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How to Be Perfect: One Church's Audacious Experiment In Living the Old Testament Book of Leviticus Hardcover – January 5, 2011

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Editorial Reviews

From Publishers Weekly

The often baffling book of laws for Jewish priests known as Leviticus is typically dismissed by Christians as outdated legalese no longer binding on people of the New Testament. Harrell, who served as pastor of the evangelical Park Street Church in downtown Boston for 23 years, doesn™t let that get in the way of his sincere desire to understand God and the Bible in its entirety. Inspired by a secular experiment that became the successful book The Year of Living Biblically by A.J. Jacobs, Harrell proposes a one-month experiment to œlive levitically. Eighteen church members join him in a quest to œbe holy because I, the Lord your God, am Holy, as the text repeatedly intones. The result is a series of reflections by Harrell and his followers—many communicating with each other via a Facebook page dedicated to the project—on keeping the Sabbath, abstaining from pork, and refraining from sexual deviancy as the Bible defines it. The resulting pastiche of responses is, for the most part, generous, compassionate, and thoughtful. This book will be appreciated not for its historical understanding of Judaism but for its attempt at living devotionally. (Jan.)
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"Thou shalt read this book. HOW TO BE PERFECT is a very interesting examination of commandments both famous and obscure. I'm honored my project helped inspire it." (AJ Jacobs, author of The Year of Living Biblically 2010-01-00)

"I think what I love most about HOW TO BE PERFECT by Daniel M. Harrell is the outrageousness of the idea. If there's one book that Christians most ignore in the entire Bible, it's got to be Leviticus. And yet Harrell and his posse dove in to the deep end of the levitical pool, attempting to live out the 253 commandments therein for a whole month. The audaciousness of the idea is enough to be admired. But the result-this book-is even better, for it becomes a meditation on what it really means to love and follow the Lord." (Tony Jones, author of The Teaching of the Twelve: Believing and Practicing the Primitive Christianity of the Ancient Didache Community 2010-01-00)

"Knowing Daniel as a friend, I appreciate the clever way he encouraged eighteen real world, working adults to live the laws of Leviticus. Through their candid, heartfelt, provocative, and at times hilarious journeys, they helped me grasp that wonderful--and sometimes glazed-over--Old Testament book in a more endearing way. What's more, I came to grasp my own faith as a child of God on a deeper level." (Barry H. Corey, president, Biola University, California 2010-01-00)

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Product Details

  • Hardcover: 240 pages
  • Publisher: FaithWords; First Edition edition (January 5, 2011)
  • Language: English
  • ISBN-10: 044655717X
  • ISBN-13: 978-0446557177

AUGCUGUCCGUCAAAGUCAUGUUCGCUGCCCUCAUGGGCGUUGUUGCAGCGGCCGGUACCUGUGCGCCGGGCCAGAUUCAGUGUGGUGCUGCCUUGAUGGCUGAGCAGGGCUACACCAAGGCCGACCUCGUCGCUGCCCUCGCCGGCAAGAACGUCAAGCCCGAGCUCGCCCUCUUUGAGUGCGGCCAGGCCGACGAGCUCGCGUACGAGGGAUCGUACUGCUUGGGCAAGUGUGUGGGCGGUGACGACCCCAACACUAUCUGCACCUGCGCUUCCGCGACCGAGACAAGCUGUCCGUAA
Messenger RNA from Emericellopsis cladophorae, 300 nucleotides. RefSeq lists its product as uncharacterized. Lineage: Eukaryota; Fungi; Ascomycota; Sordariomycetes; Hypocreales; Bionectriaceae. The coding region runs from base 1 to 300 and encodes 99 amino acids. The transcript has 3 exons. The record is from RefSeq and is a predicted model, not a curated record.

• Product Dimensions: 5.8 x 1 x 8.8 inches
  • Shipping Weight: 12.8 ounces
  • Average Customer Review: 4.3 out of 5 stars  See all reviews (15 customer reviews)
  • Amazon Best Sellers Rank: #1,542,114 in Books (See Top 100 in Books)

More About the Author

Daniel hails from Minneapolis where he works and lives with his lovely wife and daughter. His interest in evolution and Christian faith has nothing to do with his interest in Leviticus. And yet he has published on both. Spent the past 25 years in Boston and is now weathering the Minnesota winters.

Daniel is Senior Minister of the Colonial Church, Edina, Minnesota. He served for 23 years as a preaching minister at Park Street Church, Boston, Massachusetts.

In addition to a career as a congregational minister, he has taught many courses on theology and psychology, has written for Christianity Today and The Christian Century, and appeared on PBS. He holds degrees from Boston College (PhD), the University of North Carolina Chapel-Hill and Gordon-Conwell Seminary.

Customer Reviews

Most Helpful Customer Reviews

4 of 4 people found the following review helpful By Tiffany A. Harkleroad VINE VOICE on January 2, 2011
Format: Hardcover
As Christians, we typically feel that we do not need to follow Levitical law, at least most of them, because Jesus was the fulfillment of the law. But what would happen if we tried? The idea is that the law does not lead to grace; grace leads to a desire to follow the law. So, what would a group of modern day Levites learn over a month of living Levitically?

I think this concept is extremely interesting. I know I have tended to discount a lot of what is written in Leviticus, even going so far as to call some of it ridiculous. I would imagine it difficult to follow, yet millions of Jews do it. This book reallly changed the way I viewed Levitical law, in terms of its purpose and motivation. While I am not in any hurry to give up shellfish, or stop wearing material blends, I will think differently about this particular book of scripture.

One small bit of dissatisfaction for me- the book makes multiple mentions of a Facebook group that the modern day Levites utilized, but I was not able to find it on Facebook. I am not sure if it still exists, and I wish this had been clarified more in the book; if it does exist, I wish the web address had been given, as well as addresses to any pertinent blogs and the church's web site. It would have made for interesting additional reading, and would have made for a much more personal reading experience.